Health impacts occur during every phase of mining. The health impacts of the displacement of rural communities at the mining site, whether subsistence farmers or farm workers is rarely recognised. In South Africa, historically under colonial conquest and Apartheid, and through to the present under the neoliberal economic paradigm that is beholden to mining interests, this thirst for cheap migrant labour is slaked by destroying the livelihoods of distant rural communities, through acts of omission and commission Figure 2: A sunflower crop behind newly erected barbed (Callinicos L, 1980; Terblanche S, 2002). In wire fence, platinum belt the platinum belt, farms bought through forced sales resulted in the eviction of farm workers into squatter-camps. The newly acquired farms are enclosed with razor wire and vigorously patrolled by private security personnel, excluding workers from still-arable land and denying them access to crops left to wither through neglect or under the impact of air polluted by smelter emissions.
The exposure of large numbers of workers to hazardous working and living conditions (high dust levels, extreme heat, ergonomic risks, Figure 3: Ore processing and smelter operation, platinum safety hazards and crowded single-sex belt Ore is crushed, milled and processed to extract the gold or platinum.
The ‘tailings’ are the waste 1 residue from the extraction process, usually dumped as a slurry (solid/ liquid mixture) in an embankment dam and left to drain and dry out.
The mining, metal extraction and beneficiation phases are accompanied by air and water pollution, the generation of solid waste deposited on tailings dams and waste rock stockpiles, the abstraction of vast quantities of water and the use of huge quantities of energy (Norgate and Haque, 2012; Glaister and Mudd, 2010), all with direct or indirect health consequences. A concomitant legacy is that of huge numbers of unemployed workers and disrupted (mainly rural) societies, and a burden of disease and poverty suffered by both current Figure 4: Dust storm off a tailings dump, platinum belt and former mine workers and successive generations of their families. A much larger population is likely to be affected by the legacy of a devastated environment (Durand, 2012), for decades and centuries after mining has ceased.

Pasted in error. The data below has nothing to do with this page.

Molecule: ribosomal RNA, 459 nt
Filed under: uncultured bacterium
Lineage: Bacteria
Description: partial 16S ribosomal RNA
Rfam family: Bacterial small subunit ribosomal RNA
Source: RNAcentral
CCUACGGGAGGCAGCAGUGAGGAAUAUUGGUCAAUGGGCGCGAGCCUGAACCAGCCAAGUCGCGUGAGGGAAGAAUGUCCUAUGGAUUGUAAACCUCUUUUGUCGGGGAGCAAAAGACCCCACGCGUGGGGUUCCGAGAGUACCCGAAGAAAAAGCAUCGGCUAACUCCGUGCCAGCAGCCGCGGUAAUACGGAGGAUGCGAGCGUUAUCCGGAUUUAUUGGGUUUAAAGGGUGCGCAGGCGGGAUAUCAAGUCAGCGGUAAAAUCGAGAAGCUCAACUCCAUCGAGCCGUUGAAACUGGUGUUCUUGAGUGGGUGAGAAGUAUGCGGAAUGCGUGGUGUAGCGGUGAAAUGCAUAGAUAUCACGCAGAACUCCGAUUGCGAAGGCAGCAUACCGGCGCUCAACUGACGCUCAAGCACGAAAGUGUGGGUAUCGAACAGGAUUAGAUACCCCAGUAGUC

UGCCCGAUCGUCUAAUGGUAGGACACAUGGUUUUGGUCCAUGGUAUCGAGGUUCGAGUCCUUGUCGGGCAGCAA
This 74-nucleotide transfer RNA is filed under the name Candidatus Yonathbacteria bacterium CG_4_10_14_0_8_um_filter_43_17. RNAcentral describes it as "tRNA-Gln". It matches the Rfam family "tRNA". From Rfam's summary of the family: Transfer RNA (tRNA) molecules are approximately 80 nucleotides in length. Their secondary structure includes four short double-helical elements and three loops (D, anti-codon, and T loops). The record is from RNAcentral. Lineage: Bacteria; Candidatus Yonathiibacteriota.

The wealth generated through the mine’s productive years accrues mainly to the owners and shareholders, invariably located far away from the site of mining. The meagre wages that accrue to workers are inadequate compensation for their output or for the brutal conditions of work. An ineffective, inadequate and inequitable compensation system for work injuries and death at work or for mining related diseases compounds the social injustice (Ehrlich R. 2012;
Ladou J. 2012). Woefully inadequate mine closure funds mean that society as a whole bears the burden and costs of the polluted and damaged environment.
What is the balance sheet of the burdens and benefits – health, socio-economic and environmental – of mining, judged over its whole life cycle?
Gold mining in South Africa (SA) Gold has been mined in SA for more than 120 years, producing a cumulative total (to 2010) of about 51 200 tons (derived from Short and Radebe, 2008; Chamber of Mines, 2011), about 30% of the cumulative world production (to 2010) of 157 000 to 180 000 tons, about 85% of which remains in circulation (Norgate and Haque, 2011). For several decades South Africa was the largest gold producer in the world, with production peaking at about 1000 tons in 1975, although declining to less than 200 tons/ year in recent years. Newly produced gold is used mainly for jewellery (46%) and as an investment (37%), and other uses (17%).